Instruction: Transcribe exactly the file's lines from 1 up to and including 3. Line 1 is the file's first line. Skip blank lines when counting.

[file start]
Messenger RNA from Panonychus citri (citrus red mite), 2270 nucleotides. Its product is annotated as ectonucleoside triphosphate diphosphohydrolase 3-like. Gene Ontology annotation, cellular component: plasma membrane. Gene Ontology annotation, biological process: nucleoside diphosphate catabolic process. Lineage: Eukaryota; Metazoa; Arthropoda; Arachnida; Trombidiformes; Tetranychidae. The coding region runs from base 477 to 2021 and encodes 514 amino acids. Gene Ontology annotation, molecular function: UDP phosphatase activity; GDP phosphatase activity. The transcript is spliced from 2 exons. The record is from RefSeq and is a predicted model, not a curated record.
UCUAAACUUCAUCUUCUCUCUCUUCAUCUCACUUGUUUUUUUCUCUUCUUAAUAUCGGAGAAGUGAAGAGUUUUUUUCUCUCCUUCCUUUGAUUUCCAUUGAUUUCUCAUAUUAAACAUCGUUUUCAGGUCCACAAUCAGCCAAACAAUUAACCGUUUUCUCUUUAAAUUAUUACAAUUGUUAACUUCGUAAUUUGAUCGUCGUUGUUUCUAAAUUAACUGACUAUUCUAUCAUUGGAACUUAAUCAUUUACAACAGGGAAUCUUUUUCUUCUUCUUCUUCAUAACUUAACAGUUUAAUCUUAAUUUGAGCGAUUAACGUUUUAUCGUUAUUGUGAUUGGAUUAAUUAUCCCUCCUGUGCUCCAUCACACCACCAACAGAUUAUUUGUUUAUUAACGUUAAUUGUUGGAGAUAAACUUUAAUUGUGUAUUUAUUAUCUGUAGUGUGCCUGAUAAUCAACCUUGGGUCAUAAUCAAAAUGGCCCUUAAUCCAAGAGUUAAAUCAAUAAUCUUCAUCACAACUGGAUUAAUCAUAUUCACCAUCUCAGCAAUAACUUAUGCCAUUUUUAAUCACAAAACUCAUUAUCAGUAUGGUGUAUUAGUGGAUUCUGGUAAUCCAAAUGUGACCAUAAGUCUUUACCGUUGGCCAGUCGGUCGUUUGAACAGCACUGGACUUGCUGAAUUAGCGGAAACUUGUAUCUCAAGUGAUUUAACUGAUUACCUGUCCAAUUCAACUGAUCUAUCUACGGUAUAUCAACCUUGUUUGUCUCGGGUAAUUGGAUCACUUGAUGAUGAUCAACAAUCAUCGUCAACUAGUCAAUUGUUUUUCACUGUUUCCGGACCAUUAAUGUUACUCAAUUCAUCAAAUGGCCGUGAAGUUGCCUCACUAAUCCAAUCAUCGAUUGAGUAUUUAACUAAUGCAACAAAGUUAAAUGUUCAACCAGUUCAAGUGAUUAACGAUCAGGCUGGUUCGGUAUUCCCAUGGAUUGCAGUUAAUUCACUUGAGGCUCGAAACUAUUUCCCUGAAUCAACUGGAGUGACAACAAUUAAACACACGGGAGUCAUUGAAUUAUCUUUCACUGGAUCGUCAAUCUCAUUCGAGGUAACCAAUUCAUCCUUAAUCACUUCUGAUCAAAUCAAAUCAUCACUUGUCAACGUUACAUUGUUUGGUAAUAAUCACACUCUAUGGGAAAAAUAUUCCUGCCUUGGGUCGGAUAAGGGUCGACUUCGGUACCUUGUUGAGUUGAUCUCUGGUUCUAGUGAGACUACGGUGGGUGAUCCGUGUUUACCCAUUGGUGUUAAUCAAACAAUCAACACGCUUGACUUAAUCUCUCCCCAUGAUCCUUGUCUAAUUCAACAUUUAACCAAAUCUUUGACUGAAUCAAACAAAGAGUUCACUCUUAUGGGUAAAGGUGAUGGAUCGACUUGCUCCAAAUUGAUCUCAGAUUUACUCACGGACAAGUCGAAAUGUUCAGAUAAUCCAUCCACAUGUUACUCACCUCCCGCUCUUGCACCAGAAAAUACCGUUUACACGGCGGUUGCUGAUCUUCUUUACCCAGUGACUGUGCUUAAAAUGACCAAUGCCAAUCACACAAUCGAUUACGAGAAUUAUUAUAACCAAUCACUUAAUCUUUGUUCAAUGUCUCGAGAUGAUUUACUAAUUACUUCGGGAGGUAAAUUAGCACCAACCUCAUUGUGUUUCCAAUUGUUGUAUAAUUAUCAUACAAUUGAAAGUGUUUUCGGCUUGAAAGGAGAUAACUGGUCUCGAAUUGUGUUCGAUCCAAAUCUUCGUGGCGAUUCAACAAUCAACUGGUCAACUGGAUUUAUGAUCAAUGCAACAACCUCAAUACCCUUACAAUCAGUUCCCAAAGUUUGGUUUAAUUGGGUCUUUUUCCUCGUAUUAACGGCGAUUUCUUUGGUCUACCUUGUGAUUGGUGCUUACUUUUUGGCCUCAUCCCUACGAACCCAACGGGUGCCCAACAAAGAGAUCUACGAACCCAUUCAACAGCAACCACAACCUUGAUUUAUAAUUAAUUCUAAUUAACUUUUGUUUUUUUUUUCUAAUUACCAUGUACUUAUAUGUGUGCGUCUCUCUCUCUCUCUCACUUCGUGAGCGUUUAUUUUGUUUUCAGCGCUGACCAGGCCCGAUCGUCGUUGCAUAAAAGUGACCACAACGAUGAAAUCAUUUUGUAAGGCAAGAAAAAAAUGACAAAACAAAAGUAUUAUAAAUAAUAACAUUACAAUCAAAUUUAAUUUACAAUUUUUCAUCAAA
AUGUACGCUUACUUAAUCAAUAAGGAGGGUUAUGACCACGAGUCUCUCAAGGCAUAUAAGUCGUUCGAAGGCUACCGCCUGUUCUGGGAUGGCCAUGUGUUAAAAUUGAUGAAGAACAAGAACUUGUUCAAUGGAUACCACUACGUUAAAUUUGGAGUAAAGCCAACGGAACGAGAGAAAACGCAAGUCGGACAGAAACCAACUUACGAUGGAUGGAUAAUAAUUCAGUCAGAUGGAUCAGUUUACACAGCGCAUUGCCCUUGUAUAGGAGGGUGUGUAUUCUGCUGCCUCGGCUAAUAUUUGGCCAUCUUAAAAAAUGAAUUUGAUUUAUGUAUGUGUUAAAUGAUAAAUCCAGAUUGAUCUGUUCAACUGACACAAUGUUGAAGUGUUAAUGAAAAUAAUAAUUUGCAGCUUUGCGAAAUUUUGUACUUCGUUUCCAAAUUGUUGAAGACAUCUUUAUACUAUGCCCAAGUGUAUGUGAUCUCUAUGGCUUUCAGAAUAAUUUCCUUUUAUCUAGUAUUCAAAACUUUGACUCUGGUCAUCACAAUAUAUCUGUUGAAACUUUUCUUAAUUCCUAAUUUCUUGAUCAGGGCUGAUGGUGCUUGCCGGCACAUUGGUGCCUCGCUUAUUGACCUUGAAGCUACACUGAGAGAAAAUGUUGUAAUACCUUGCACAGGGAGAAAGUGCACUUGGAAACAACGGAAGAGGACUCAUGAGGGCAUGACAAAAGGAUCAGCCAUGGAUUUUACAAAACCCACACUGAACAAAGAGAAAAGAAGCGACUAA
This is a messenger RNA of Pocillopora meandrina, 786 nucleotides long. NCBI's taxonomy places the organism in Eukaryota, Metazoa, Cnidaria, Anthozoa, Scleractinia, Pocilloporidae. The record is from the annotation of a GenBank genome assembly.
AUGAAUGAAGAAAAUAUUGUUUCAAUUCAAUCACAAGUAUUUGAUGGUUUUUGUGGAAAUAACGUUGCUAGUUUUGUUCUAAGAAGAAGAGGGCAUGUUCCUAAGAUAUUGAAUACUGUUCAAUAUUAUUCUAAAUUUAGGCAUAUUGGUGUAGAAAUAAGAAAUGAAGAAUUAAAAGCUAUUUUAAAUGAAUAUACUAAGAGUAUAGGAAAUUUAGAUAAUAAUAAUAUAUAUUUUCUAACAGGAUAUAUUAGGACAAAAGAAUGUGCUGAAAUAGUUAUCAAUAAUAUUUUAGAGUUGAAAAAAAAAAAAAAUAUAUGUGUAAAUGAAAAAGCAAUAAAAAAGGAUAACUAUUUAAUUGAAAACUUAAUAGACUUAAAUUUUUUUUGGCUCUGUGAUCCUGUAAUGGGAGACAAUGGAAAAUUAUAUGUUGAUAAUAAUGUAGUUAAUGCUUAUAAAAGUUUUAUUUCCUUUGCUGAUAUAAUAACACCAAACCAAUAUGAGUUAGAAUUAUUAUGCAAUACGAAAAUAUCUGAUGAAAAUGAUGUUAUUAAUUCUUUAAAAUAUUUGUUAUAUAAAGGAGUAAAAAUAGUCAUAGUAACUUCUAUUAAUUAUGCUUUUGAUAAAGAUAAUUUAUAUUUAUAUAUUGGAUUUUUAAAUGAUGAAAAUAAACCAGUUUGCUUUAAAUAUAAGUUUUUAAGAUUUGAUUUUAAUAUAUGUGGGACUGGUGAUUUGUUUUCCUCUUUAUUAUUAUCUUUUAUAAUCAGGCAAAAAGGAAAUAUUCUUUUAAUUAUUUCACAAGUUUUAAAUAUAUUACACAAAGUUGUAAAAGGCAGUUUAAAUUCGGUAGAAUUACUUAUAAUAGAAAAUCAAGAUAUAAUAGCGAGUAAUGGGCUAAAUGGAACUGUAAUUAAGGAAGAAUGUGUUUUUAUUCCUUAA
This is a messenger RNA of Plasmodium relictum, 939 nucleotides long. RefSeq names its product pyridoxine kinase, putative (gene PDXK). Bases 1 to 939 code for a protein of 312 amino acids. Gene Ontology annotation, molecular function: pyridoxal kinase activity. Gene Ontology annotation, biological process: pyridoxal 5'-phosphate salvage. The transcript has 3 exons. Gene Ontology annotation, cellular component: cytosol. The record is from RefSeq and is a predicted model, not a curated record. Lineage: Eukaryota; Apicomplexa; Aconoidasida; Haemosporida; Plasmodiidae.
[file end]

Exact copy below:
Messenger RNA from Panonychus citri (citrus red mite), 2270 nucleotides. Its product is annotated as ectonucleoside triphosphate diphosphohydrolase 3-like. Gene Ontology annotation, cellular component: plasma membrane. Gene Ontology annotation, biological process: nucleoside diphosphate catabolic process. Lineage: Eukaryota; Metazoa; Arthropoda; Arachnida; Trombidiformes; Tetranychidae. The coding region runs from base 477 to 2021 and encodes 514 amino acids. Gene Ontology annotation, molecular function: UDP phosphatase activity; GDP phosphatase activity. The transcript is spliced from 2 exons. The record is from RefSeq and is a predicted model, not a curated record.
UCUAAACUUCAUCUUCUCUCUCUUCAUCUCACUUGUUUUUUUCUCUUCUUAAUAUCGGAGAAGUGAAGAGUUUUUUUCUCUCCUUCCUUUGAUUUCCAUUGAUUUCUCAUAUUAAACAUCGUUUUCAGGUCCACAAUCAGCCAAACAAUUAACCGUUUUCUCUUUAAAUUAUUACAAUUGUUAACUUCGUAAUUUGAUCGUCGUUGUUUCUAAAUUAACUGACUAUUCUAUCAUUGGAACUUAAUCAUUUACAACAGGGAAUCUUUUUCUUCUUCUUCUUCAUAACUUAACAGUUUAAUCUUAAUUUGAGCGAUUAACGUUUUAUCGUUAUUGUGAUUGGAUUAAUUAUCCCUCCUGUGCUCCAUCACACCACCAACAGAUUAUUUGUUUAUUAACGUUAAUUGUUGGAGAUAAACUUUAAUUGUGUAUUUAUUAUCUGUAGUGUGCCUGAUAAUCAACCUUGGGUCAUAAUCAAAAUGGCCCUUAAUCCAAGAGUUAAAUCAAUAAUCUUCAUCACAACUGGAUUAAUCAUAUUCACCAUCUCAGCAAUAACUUAUGCCAUUUUUAAUCACAAAACUCAUUAUCAGUAUGGUGUAUUAGUGGAUUCUGGUAAUCCAAAUGUGACCAUAAGUCUUUACCGUUGGCCAGUCGGUCGUUUGAACAGCACUGGACUUGCUGAAUUAGCGGAAACUUGUAUCUCAAGUGAUUUAACUGAUUACCUGUCCAAUUCAACUGAUCUAUCUACGGUAUAUCAACCUUGUUUGUCUCGGGUAAUUGGAUCACUUGAUGAUGAUCAACAAUCAUCGUCAACUAGUCAAUUGUUUUUCACUGUUUCCGGACCAUUAAUGUUACUCAAUUCAUCAAAUGGCCGUGAAGUUGCCUCACUAAUCCAAUCAUCGAUUGAGUAUUUAACUAAUGCAACAAAGUUAAAUGUUCAACCAGUUCAAGUGAUUAACGAUCAGGCUGGUUCGGUAUUCCCAUGGAUUGCAGUUAAUUCACUUGAGGCUCGAAACUAUUUCCCUGAAUCAACUGGAGUGACAACAAUUAAACACACGGGAGUCAUUGAAUUAUCUUUCACUGGAUCGUCAAUCUCAUUCGAGGUAACCAAUUCAUCCUUAAUCACUUCUGAUCAAAUCAAAUCAUCACUUGUCAACGUUACAUUGUUUGGUAAUAAUCACACUCUAUGGGAAAAAUAUUCCUGCCUUGGGUCGGAUAAGGGUCGACUUCGGUACCUUGUUGAGUUGAUCUCUGGUUCUAGUGAGACUACGGUGGGUGAUCCGUGUUUACCCAUUGGUGUUAAUCAAACAAUCAACACGCUUGACUUAAUCUCUCCCCAUGAUCCUUGUCUAAUUCAACAUUUAACCAAAUCUUUGACUGAAUCAAACAAAGAGUUCACUCUUAUGGGUAAAGGUGAUGGAUCGACUUGCUCCAAAUUGAUCUCAGAUUUACUCACGGACAAGUCGAAAUGUUCAGAUAAUCCAUCCACAUGUUACUCACCUCCCGCUCUUGCACCAGAAAAUACCGUUUACACGGCGGUUGCUGAUCUUCUUUACCCAGUGACUGUGCUUAAAAUGACCAAUGCCAAUCACACAAUCGAUUACGAGAAUUAUUAUAACCAAUCACUUAAUCUUUGUUCAAUGUCUCGAGAUGAUUUACUAAUUACUUCGGGAGGUAAAUUAGCACCAACCUCAUUGUGUUUCCAAUUGUUGUAUAAUUAUCAUACAAUUGAAAGUGUUUUCGGCUUGAAAGGAGAUAACUGGUCUCGAAUUGUGUUCGAUCCAAAUCUUCGUGGCGAUUCAACAAUCAACUGGUCAACUGGAUUUAUGAUCAAUGCAACAACCUCAAUACCCUUACAAUCAGUUCCCAAAGUUUGGUUUAAUUGGGUCUUUUUCCUCGUAUUAACGGCGAUUUCUUUGGUCUACCUUGUGAUUGGUGCUUACUUUUUGGCCUCAUCCCUACGAACCCAACGGGUGCCCAACAAAGAGAUCUACGAACCCAUUCAACAGCAACCACAACCUUGAUUUAUAAUUAAUUCUAAUUAACUUUUGUUUUUUUUUUCUAAUUACCAUGUACUUAUAUGUGUGCGUCUCUCUCUCUCUCUCACUUCGUGAGCGUUUAUUUUGUUUUCAGCGCUGACCAGGCCCGAUCGUCGUUGCAUAAAAGUGACCACAACGAUGAAAUCAUUUUGUAAGGCAAGAAAAAAAUGACAAAACAAAAGUAUUAUAAAUAAUAACAUUACAAUCAAAUUUAAUUUACAAUUUUUCAUCAAA
AUGUACGCUUACUUAAUCAAUAAGGAGGGUUAUGACCACGAGUCUCUCAAGGCAUAUAAGUCGUUCGAAGGCUACCGCCUGUUCUGGGAUGGCCAUGUGUUAAAAUUGAUGAAGAACAAGAACUUGUUCAAUGGAUACCACUACGUUAAAUUUGGAGUAAAGCCAACGGAACGAGAGAAAACGCAAGUCGGACAGAAACCAACUUACGAUGGAUGGAUAAUAAUUCAGUCAGAUGGAUCAGUUUACACAGCGCAUUGCCCUUGUAUAGGAGGGUGUGUAUUCUGCUGCCUCGGCUAAUAUUUGGCCAUCUUAAAAAAUGAAUUUGAUUUAUGUAUGUGUUAAAUGAUAAAUCCAGAUUGAUCUGUUCAACUGACACAAUGUUGAAGUGUUAAUGAAAAUAAUAAUUUGCAGCUUUGCGAAAUUUUGUACUUCGUUUCCAAAUUGUUGAAGACAUCUUUAUACUAUGCCCAAGUGUAUGUGAUCUCUAUGGCUUUCAGAAUAAUUUCCUUUUAUCUAGUAUUCAAAACUUUGACUCUGGUCAUCACAAUAUAUCUGUUGAAACUUUUCUUAAUUCCUAAUUUCUUGAUCAGGGCUGAUGGUGCUUGCCGGCACAUUGGUGCCUCGCUUAUUGACCUUGAAGCUACACUGAGAGAAAAUGUUGUAAUACCUUGCACAGGGAGAAAGUGCACUUGGAAACAACGGAAGAGGACUCAUGAGGGCAUGACAAAAGGAUCAGCCAUGGAUUUUACAAAACCCACACUGAACAAAGAGAAAAGAAGCGACUAA